This is priceless: As the Worcester Telegram reports, when selectmen in Lunenburg, Mass., met to discuss a complaint alleging that several of them had violated the state Open Meeting Law, they did so in closed session. After meeting in executive session for 1.5 hours, they announced they had "come to no conclusion."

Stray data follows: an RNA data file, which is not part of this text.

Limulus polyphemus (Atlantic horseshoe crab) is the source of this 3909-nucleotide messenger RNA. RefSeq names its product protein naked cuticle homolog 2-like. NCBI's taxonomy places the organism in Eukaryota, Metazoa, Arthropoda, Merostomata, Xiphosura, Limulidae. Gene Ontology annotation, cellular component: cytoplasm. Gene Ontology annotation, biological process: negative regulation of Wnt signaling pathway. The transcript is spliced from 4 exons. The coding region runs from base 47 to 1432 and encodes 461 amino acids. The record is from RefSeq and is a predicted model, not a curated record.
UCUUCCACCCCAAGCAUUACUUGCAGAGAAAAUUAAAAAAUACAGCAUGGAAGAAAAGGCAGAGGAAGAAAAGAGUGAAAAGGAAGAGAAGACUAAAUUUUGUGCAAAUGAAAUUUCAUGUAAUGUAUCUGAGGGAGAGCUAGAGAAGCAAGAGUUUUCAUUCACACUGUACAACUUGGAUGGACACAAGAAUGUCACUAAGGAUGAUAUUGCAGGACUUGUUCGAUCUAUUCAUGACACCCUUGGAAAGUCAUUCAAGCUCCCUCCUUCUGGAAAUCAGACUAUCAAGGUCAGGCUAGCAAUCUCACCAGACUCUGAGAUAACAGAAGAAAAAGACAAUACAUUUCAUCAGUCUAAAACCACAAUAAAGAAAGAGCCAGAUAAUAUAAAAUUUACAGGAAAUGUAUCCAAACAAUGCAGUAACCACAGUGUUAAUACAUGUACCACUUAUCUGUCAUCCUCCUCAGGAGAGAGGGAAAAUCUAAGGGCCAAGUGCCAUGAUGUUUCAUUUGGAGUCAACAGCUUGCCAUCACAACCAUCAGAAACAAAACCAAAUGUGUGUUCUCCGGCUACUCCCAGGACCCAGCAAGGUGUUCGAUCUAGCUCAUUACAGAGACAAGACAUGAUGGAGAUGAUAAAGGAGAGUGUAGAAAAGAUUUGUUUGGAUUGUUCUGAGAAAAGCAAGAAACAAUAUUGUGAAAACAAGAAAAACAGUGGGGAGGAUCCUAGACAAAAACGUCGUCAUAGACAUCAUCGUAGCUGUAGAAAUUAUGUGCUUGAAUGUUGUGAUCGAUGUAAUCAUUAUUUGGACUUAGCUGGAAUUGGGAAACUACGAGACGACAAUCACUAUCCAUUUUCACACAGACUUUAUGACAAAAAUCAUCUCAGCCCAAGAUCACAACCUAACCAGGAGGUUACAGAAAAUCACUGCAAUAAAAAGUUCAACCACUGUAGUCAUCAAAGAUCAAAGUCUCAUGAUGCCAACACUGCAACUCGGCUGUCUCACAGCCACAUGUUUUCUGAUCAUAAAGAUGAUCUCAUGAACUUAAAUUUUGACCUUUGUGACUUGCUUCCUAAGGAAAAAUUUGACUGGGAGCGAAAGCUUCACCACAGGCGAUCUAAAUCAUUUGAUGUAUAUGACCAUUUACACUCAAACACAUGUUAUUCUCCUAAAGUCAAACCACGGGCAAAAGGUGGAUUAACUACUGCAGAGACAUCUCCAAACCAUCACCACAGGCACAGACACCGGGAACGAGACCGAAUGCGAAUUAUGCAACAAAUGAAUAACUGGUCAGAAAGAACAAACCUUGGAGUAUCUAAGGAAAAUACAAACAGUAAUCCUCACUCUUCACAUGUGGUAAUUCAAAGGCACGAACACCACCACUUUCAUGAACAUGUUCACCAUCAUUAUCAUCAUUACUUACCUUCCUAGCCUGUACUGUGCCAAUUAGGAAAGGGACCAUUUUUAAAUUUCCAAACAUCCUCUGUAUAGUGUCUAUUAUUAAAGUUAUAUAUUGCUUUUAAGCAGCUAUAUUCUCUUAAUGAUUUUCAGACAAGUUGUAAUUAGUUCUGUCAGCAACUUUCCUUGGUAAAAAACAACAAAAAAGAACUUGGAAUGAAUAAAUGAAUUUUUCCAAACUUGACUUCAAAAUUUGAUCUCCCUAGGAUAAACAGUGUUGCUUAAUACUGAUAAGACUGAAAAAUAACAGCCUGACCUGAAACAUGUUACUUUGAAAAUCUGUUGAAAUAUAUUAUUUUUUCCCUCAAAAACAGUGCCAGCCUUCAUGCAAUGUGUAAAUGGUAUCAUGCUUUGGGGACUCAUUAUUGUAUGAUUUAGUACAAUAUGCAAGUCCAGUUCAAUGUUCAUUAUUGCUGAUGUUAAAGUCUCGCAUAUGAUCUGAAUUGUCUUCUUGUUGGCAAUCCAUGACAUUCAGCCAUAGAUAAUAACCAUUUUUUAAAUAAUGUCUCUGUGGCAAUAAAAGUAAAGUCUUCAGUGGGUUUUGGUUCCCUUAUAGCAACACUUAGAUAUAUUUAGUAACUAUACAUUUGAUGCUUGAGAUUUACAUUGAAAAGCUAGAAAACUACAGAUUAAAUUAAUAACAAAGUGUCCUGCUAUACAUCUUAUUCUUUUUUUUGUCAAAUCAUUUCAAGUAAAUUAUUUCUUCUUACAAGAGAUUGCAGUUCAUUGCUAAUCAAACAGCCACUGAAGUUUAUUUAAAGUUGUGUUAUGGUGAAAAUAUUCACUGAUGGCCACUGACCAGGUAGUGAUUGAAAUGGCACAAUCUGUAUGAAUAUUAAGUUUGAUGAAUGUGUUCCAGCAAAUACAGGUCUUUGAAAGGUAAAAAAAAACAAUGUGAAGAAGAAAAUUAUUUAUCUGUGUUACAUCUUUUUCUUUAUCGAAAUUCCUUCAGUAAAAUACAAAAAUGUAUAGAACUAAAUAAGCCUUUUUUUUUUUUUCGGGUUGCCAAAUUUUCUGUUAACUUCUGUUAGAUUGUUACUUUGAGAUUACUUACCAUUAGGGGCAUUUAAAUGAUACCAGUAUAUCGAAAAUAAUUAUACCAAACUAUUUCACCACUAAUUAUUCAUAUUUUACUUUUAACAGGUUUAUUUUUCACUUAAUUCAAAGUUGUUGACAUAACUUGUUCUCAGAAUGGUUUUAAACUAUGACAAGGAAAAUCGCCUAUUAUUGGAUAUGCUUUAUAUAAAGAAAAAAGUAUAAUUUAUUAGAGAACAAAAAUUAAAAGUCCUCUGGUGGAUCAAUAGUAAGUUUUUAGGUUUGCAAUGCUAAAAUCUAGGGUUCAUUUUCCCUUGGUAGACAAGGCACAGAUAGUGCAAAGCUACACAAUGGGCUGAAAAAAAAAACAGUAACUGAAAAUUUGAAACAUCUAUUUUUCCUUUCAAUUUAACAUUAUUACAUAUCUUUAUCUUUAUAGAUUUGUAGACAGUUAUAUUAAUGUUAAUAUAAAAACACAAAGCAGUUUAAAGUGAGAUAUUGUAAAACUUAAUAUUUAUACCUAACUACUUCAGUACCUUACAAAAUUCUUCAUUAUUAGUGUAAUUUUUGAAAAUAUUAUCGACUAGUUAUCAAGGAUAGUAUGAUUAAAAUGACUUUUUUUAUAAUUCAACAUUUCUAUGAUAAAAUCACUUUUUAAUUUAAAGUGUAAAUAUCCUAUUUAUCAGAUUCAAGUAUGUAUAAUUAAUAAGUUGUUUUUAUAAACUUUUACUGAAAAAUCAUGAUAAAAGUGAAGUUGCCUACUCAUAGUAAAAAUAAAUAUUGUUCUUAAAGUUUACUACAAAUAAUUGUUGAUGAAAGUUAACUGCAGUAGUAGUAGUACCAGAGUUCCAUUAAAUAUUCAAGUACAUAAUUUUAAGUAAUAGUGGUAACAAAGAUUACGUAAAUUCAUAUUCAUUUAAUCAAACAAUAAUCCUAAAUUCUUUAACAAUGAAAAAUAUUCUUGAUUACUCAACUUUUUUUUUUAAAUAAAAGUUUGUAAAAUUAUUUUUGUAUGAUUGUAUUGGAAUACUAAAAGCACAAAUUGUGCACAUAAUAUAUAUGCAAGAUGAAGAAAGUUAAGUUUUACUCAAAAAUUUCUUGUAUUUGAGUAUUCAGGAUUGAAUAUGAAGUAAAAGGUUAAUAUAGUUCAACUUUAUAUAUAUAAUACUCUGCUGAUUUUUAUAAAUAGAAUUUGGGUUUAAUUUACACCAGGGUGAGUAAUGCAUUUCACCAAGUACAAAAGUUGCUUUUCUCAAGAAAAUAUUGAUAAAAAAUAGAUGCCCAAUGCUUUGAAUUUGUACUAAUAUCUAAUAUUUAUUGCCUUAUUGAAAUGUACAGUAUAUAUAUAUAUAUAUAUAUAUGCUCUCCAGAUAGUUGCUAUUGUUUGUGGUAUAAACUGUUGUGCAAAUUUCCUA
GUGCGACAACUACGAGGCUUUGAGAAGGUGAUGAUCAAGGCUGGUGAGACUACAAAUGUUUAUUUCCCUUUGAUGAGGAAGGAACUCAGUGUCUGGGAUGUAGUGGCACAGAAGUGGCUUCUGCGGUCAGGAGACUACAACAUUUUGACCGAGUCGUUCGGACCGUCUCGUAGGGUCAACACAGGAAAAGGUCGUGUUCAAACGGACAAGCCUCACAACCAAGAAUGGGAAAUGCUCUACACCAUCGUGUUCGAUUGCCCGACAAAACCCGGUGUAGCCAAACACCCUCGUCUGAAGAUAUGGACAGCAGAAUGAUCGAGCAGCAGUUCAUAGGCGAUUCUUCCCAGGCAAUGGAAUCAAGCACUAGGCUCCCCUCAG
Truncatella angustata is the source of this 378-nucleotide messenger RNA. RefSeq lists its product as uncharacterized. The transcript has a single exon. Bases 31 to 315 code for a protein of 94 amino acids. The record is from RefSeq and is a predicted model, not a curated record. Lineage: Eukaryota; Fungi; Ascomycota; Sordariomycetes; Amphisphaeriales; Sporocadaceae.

In fairness, the Open Meeting Law does permit closed meetings to discuss litigation strategy, but only when an open meeting would have a detrimental effect on the board's litigating position. A lawsuit is pending in this matter, filed by one Lunenburg selectman against three others. But boards tend to use the litigation exception broadly to close their doors whenever lawyers are involved. Given that the complainant here could have attended the meeting (but chose not to), and given that the reason for maintaining secrecy about one's litigation strategy is to keep it from your opponent, what possible justification did the selectmen have for closing this meeting? The only answer, of course, is to keep it out of the eyes of the public.